When a real-estate deal netted Chicago's LaSalle Street Church $1.6 million, Pastor Laura Truax made an unusual announcement: 10 percent of that money – the size of a typical tithe – would be divided among about 320 regular churchgoers. Each would get a $500 check to do something positive.
Kristin Hu knew early on what she wanted to do.
Ms. Hu, a high school teacher, wanted to help "Dreamers" – young immigrants brought to the United States illegally as children and raised here. She had been inspired by Lucy, a Mexican-born student in her class, who gave an impassioned speech about how she and other Dreamers are unable to attend college because their immigration status means they don't qualify for financial aid.
Hu plans to give her money to a Dreamer organization or to start a scholarship foundation for the kids.
The LaSalle Street Church's generosity is emblematic of acts of charity that go on nationwide as the holiday season approaches. As America rebounds from the Great Recession, there are signs that charitable giving is rebounding, too. For now, however, the uptick remains small, and the donations are predominantly coming from wealthy individuals.
For many congregants of LaSalle Street Church, these donations would not have been possible without the help of the checks.
Ms. Truax announced the church's plan in September, and while members like Hu had specific causes in mind, others weren't so sure. Rosemary Baker was so conflicted about how to use her money that she stashed it under a book at home while she tried to make up her mind.
"It felt like just such a big burden to do the right thing," she told the Associated Press.
Like many church members, Ms. Baker and her husband, Erik, first looked to large charitable organizations, but they eventually decided to put the money to use much closer to home. They gave their $1,000 to two friends – one struggling to pay the bills after paying for her grandmother's funeral, and another who was trying to support his family after recently losing his marketing job.
At first, the couple thought a local donation "might be too small," but she later described the personal gifts as "powerful."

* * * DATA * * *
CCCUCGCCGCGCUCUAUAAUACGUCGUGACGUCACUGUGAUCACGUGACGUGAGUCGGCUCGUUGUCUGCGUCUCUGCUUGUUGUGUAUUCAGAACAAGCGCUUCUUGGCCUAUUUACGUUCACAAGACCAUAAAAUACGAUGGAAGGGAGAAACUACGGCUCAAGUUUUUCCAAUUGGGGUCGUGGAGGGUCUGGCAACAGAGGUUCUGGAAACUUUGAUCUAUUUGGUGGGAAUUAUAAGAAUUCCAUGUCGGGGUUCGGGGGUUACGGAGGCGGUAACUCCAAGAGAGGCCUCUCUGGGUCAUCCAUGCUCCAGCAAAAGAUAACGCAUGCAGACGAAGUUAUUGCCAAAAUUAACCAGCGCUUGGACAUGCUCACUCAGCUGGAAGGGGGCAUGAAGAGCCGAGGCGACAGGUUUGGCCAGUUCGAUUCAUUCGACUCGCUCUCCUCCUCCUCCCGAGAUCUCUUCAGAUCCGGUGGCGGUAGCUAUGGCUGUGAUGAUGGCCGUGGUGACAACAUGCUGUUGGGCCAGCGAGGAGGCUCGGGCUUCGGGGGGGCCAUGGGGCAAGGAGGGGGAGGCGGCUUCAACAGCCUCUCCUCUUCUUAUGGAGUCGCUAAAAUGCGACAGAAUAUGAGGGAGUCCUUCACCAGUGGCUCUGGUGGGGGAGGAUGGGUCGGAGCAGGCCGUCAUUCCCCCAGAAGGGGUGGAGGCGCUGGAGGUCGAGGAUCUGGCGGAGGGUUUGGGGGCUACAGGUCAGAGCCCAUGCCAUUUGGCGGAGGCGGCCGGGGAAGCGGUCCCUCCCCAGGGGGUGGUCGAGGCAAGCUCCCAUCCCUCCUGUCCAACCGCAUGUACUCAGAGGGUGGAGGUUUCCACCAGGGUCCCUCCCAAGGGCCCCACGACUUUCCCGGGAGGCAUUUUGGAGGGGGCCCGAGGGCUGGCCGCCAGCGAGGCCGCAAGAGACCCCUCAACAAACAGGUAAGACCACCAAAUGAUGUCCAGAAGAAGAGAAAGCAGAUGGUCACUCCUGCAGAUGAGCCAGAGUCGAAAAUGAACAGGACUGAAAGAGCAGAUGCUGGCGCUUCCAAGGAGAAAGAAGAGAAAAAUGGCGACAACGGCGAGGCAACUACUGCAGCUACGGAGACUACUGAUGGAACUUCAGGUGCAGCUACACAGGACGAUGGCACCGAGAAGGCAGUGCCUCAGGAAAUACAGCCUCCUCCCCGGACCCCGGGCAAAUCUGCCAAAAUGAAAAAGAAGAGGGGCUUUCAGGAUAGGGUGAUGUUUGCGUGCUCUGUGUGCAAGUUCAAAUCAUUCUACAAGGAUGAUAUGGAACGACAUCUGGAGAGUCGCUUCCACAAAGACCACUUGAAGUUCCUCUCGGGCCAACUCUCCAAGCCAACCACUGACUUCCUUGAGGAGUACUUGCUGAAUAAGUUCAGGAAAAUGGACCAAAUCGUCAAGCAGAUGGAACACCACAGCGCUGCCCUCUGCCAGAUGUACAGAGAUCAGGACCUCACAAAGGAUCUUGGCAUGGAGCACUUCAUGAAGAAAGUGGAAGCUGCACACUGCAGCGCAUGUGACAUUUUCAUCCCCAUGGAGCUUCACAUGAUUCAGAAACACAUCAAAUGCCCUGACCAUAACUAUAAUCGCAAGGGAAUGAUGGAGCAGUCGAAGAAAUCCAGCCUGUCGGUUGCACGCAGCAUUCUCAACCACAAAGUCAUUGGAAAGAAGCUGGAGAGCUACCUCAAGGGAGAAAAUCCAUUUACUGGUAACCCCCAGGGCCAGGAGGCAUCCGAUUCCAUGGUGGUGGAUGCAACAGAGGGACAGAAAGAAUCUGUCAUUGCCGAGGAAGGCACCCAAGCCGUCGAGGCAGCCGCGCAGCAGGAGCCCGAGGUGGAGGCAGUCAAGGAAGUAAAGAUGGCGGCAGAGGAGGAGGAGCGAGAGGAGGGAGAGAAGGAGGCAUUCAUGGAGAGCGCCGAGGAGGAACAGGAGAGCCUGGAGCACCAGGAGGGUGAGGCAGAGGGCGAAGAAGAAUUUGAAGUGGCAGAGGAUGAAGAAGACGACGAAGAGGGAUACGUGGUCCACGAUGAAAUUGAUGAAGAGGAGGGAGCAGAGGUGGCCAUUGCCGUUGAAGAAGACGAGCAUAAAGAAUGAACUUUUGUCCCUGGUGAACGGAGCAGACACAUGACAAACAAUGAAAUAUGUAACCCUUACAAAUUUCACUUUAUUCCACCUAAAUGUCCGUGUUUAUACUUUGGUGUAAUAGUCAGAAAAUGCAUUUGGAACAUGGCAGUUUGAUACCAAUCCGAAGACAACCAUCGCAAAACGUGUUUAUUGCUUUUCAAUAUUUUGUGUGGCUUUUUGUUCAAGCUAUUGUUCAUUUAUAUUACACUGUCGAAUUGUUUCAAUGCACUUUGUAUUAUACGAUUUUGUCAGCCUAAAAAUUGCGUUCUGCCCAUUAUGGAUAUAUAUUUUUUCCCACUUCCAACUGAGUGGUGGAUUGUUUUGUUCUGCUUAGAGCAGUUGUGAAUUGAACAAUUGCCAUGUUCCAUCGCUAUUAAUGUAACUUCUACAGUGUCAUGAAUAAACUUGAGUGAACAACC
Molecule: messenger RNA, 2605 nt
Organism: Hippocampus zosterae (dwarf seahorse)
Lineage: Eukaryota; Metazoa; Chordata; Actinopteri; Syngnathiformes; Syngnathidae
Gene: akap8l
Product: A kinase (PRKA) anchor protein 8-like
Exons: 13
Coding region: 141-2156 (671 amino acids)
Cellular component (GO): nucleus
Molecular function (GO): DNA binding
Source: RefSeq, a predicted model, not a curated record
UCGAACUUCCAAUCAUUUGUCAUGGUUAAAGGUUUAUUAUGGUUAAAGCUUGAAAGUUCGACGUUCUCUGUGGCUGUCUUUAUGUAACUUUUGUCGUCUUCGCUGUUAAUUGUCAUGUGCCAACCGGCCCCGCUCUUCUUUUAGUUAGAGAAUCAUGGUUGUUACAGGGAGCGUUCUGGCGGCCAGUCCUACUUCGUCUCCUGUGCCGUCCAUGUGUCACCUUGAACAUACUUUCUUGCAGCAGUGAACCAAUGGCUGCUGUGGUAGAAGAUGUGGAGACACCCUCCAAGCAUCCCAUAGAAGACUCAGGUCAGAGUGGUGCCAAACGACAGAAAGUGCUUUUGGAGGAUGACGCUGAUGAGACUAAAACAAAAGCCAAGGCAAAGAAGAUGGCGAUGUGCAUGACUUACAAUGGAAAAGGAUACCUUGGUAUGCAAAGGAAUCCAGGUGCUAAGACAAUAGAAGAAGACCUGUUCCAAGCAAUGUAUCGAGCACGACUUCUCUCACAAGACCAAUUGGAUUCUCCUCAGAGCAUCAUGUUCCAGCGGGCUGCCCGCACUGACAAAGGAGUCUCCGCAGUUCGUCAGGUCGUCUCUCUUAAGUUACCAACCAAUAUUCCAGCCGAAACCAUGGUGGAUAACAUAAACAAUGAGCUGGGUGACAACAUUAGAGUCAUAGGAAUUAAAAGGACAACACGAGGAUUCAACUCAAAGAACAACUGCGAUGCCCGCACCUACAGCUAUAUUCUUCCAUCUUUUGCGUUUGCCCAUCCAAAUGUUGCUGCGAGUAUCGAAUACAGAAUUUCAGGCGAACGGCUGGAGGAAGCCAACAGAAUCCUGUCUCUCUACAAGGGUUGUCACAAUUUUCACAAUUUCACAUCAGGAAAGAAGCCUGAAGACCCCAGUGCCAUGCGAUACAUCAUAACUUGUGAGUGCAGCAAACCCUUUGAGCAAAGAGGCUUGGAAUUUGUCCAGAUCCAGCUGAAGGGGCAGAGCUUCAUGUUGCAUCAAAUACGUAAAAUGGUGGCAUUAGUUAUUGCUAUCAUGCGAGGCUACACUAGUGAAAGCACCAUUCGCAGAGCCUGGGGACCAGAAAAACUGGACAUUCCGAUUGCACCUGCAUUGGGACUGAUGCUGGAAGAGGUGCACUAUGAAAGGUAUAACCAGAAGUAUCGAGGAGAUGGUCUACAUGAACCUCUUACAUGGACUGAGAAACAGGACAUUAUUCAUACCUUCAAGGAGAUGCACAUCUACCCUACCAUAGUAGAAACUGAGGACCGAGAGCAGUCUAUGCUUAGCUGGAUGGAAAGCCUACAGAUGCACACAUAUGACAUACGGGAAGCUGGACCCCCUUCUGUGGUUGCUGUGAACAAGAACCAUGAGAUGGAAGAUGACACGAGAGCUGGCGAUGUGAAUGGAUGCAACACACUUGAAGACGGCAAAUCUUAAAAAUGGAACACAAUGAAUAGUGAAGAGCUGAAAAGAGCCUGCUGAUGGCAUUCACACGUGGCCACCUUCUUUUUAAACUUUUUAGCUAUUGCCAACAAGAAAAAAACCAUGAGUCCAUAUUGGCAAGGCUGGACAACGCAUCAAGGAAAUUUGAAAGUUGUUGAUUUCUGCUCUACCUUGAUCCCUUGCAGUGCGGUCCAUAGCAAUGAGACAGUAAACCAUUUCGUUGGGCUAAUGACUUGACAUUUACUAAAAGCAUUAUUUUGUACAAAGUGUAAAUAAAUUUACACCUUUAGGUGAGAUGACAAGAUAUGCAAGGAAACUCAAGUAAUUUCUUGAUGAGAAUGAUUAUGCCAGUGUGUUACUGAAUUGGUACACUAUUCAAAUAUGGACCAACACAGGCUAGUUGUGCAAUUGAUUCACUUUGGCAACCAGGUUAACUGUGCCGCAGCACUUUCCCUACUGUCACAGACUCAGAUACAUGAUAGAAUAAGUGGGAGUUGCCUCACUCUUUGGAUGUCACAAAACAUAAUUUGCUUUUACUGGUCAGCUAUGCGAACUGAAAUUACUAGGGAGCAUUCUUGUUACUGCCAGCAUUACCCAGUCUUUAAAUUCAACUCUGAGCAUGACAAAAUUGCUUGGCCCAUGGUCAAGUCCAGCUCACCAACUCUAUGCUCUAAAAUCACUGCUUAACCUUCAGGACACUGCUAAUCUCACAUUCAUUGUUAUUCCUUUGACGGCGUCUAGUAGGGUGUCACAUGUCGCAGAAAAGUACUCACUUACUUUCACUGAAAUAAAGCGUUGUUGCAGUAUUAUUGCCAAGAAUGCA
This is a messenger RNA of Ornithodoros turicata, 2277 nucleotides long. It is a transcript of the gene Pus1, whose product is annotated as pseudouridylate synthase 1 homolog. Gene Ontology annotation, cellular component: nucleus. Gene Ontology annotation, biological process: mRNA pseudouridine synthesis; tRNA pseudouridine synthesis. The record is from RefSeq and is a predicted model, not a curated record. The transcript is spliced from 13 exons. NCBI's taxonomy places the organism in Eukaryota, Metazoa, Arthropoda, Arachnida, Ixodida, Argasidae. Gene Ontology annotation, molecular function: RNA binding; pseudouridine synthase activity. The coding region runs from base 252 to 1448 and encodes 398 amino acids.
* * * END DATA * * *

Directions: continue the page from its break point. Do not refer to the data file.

"[To] be part of that moment and see that the impacts of seemingly small gestures were huge," she said.
Overall, the United States has seen a slight increase in charitable giving this holiday season, according to the Blackbaud Index, which tracks charitable giving rates in the United States and Canada. The uptick in giving is sign that Americans are starting to give more as the national economy recovers.
Donations to charity increased 1.8 percent over the months of July through September from the same time period in 2013, according to the Index. Last year was also the first year the country experienced an increase in donations since 2008.
The slight upward trend bodes well for the holiday season, Steve MacLauglin, director of product management for Blackbaud, told USA Today.
About 34 percent of all charitable giving is done in the last three months of the year, with about 18 percent of those donations made in December alone, he added.
But the recent surge in charitable giving appears to be coming mostly from the rich, as the middle and lower class are taking longer to recover from the recession. The average household donation of the middle class and poor has declined in recent years from $1,156 in 2006 to $977 in 2012, John Havens, associate director of the Center on Wealth and Philanthropy at Boston College, told the Monitor last week.
"These folks really have not recovered from the recession," Mr. Havens said.
This report contains material from The Associated Press.